Mad Men, Breaking Bad, Homeland: As good as novels?

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Claire Danes
Claire Danes poses with the Screen Actors Guild Award for Best Performance by a Female Actor in a Drama Series for Homeland in the press room at the Shrine Auditorium in Los Angeles on Jan. 27, 2013.
FREDERIC J. BROWN/AFP/Getty Images)

Long-form episodic television -- think Mad Men, Breaking Bad, Downton Abbey and Homeland, to name a few -- is challenging Hollywood features for storytelling quality and cultural dominance, argues Thomas Doherty in The Chronicle of Higher Education. Doherty writes,

Long top dog in the media hierarchy, the Hollywood feature film--the star-studded best in show that garnered the respectful monographs, the critical cachet, and a secure place on the university curriculum--is being challenged by the lure of long-form, episodic television. Let's call the breed Arc TV, a moniker that underscores the dramatic curvature of the finely crafted, adult-minded serials built around arcs of interconnected action unfolding over the life span of the series. Shows like Mad Men, Breaking Bad, Downton Abbey, Homeland, Dexter, Boardwalk Empire, and Game of Thrones--the highest-profile entrees in a gourmet menu of premium programming--are where the talent, the prestige, and the cultural buzz now swirl. Fess up: Are you more jazzed about the release of the new Abraham Lincoln biopic by Steven Spielberg or the season premiere of Homeland (September 30, 10 p.m., on Showtime)? The lineup hasn't quite yet dethroned the theatrical feature film as the preferred canvas for moving-image artistry, but Hollywood moviemakers are watching their backs.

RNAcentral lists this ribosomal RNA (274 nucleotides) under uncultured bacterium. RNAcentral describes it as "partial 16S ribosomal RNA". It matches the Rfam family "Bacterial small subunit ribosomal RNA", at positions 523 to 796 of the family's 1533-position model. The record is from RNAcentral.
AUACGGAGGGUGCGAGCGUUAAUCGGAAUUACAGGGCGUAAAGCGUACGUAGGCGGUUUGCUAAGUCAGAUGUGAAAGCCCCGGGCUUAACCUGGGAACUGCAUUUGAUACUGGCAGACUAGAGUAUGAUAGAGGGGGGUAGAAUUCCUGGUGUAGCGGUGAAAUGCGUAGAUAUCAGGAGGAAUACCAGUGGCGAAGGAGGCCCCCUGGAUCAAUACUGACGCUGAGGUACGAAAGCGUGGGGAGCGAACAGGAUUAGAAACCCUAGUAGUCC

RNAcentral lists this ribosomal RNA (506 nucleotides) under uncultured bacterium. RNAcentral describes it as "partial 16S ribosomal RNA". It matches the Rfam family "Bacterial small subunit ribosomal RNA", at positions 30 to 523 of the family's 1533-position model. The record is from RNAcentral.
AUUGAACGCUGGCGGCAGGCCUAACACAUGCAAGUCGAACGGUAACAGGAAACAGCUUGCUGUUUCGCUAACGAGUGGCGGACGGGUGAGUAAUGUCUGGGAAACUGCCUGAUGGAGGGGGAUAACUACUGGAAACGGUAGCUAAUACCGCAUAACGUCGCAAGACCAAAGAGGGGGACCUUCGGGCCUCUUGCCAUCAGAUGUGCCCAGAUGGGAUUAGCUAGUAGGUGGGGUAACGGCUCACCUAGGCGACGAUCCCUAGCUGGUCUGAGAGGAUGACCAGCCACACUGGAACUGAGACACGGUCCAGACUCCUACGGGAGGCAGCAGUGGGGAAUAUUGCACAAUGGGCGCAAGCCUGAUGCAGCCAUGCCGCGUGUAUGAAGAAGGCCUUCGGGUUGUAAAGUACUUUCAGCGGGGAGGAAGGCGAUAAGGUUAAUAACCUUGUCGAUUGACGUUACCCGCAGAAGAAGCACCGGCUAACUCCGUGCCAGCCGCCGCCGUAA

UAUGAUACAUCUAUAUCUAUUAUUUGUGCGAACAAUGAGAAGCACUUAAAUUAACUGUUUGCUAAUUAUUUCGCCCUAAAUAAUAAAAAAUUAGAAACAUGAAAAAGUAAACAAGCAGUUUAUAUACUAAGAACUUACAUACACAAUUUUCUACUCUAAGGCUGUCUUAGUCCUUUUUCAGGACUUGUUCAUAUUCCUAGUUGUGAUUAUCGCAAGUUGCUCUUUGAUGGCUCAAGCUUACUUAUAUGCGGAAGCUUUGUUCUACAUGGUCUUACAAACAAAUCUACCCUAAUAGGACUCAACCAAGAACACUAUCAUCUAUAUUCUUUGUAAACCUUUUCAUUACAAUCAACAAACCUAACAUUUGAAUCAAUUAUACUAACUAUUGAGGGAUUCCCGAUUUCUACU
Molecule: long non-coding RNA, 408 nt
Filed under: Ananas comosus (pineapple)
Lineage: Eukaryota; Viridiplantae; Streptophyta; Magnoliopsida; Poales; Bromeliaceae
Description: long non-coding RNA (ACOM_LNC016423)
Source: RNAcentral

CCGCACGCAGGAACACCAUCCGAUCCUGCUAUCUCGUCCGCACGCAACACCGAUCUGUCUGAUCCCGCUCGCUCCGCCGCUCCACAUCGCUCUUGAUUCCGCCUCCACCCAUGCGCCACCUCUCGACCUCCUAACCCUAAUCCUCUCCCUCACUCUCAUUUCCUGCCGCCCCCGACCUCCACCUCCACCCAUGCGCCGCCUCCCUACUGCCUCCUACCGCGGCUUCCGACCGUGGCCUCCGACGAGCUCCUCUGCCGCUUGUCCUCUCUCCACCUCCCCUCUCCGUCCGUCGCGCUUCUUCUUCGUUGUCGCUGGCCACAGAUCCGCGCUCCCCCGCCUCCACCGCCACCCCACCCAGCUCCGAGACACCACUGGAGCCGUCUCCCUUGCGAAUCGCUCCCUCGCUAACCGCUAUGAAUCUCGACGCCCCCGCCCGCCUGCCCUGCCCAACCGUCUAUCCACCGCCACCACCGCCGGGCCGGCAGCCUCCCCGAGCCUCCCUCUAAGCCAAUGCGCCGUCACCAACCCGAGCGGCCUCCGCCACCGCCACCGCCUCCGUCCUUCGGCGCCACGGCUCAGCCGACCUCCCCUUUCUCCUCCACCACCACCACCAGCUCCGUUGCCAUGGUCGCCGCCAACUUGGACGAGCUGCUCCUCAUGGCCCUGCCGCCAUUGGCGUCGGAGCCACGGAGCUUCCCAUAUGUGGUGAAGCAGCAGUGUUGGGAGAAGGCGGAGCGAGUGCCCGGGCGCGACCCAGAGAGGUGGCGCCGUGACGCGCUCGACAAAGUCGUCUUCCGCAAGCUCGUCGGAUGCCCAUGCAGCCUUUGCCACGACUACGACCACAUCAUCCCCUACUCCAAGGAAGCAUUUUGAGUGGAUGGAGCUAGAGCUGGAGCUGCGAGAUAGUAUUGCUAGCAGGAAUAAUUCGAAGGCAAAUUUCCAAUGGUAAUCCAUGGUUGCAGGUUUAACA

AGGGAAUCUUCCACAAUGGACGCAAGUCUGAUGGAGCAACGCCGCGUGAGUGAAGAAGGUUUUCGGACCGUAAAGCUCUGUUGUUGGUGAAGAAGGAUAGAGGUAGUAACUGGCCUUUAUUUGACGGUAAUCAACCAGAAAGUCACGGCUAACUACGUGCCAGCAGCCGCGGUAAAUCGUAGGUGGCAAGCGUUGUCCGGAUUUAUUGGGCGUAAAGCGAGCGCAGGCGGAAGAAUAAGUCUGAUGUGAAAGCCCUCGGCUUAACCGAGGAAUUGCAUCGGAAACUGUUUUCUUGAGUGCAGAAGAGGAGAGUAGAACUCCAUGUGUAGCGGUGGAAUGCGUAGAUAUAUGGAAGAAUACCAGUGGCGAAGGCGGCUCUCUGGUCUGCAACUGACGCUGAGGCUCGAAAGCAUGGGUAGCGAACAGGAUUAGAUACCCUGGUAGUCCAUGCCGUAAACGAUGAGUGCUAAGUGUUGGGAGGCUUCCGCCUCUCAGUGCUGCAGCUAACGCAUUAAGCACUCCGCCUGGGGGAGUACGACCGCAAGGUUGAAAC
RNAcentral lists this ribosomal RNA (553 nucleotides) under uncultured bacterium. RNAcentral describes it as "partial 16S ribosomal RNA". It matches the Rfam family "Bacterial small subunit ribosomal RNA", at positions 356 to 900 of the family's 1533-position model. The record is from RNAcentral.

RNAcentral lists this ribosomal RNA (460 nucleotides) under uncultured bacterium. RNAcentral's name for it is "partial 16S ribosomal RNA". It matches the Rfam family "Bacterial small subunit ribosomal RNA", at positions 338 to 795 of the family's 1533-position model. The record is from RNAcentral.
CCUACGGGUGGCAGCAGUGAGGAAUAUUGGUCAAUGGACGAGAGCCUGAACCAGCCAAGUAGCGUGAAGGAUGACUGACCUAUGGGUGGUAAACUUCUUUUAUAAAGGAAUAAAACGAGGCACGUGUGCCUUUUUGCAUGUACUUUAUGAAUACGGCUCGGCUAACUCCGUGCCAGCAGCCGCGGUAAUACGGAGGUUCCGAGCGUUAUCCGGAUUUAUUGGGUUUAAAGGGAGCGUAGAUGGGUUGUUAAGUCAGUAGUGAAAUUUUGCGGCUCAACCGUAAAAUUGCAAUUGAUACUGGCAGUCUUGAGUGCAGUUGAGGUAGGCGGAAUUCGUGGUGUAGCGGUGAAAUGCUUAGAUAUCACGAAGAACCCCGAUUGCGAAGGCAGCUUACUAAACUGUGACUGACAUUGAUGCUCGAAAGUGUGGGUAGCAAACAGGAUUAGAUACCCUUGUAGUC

Doherty goes so far as suggesting that some television series' are better than novels.

Like the bulky tomes of Dickens and Dreiser, Trollope and Wharton, the series are thick on character and dense in plot line, spanning generations and tribal networks and crisscrossing the currents of personal life and professional duty. Episode per episode, in milieux that stretch from the ruthless geopolitics of a medieval off-world to the gender dynamics of a post-zombie apocalypse, the tide of action ebbs and flows in a meandering but forward direction, gaining momentum over the course of a season (now likely to be a mere 13 episodes), before congealing and erupting in a go-for-broke season finale.

Alissa Quart recently agreed in a New York Times op-ed.

For many among today's intelligentsia, television serials like "Homeland," "Breaking Bad" and "Mad Men" with their continuing fables of Alicia Florrick and Walter White, Don Draper and Carrie Mathison, occupy the cultural position of the Dickens tales that were famously doled out in monthly installments. (Except that spoilers are possible now in a way they were not in the age of Pip or Little Nell.) Narrative shows have become the entertainment of choice.

Quart and Doherty join The Daily Circuit to discuss television's ascendancy.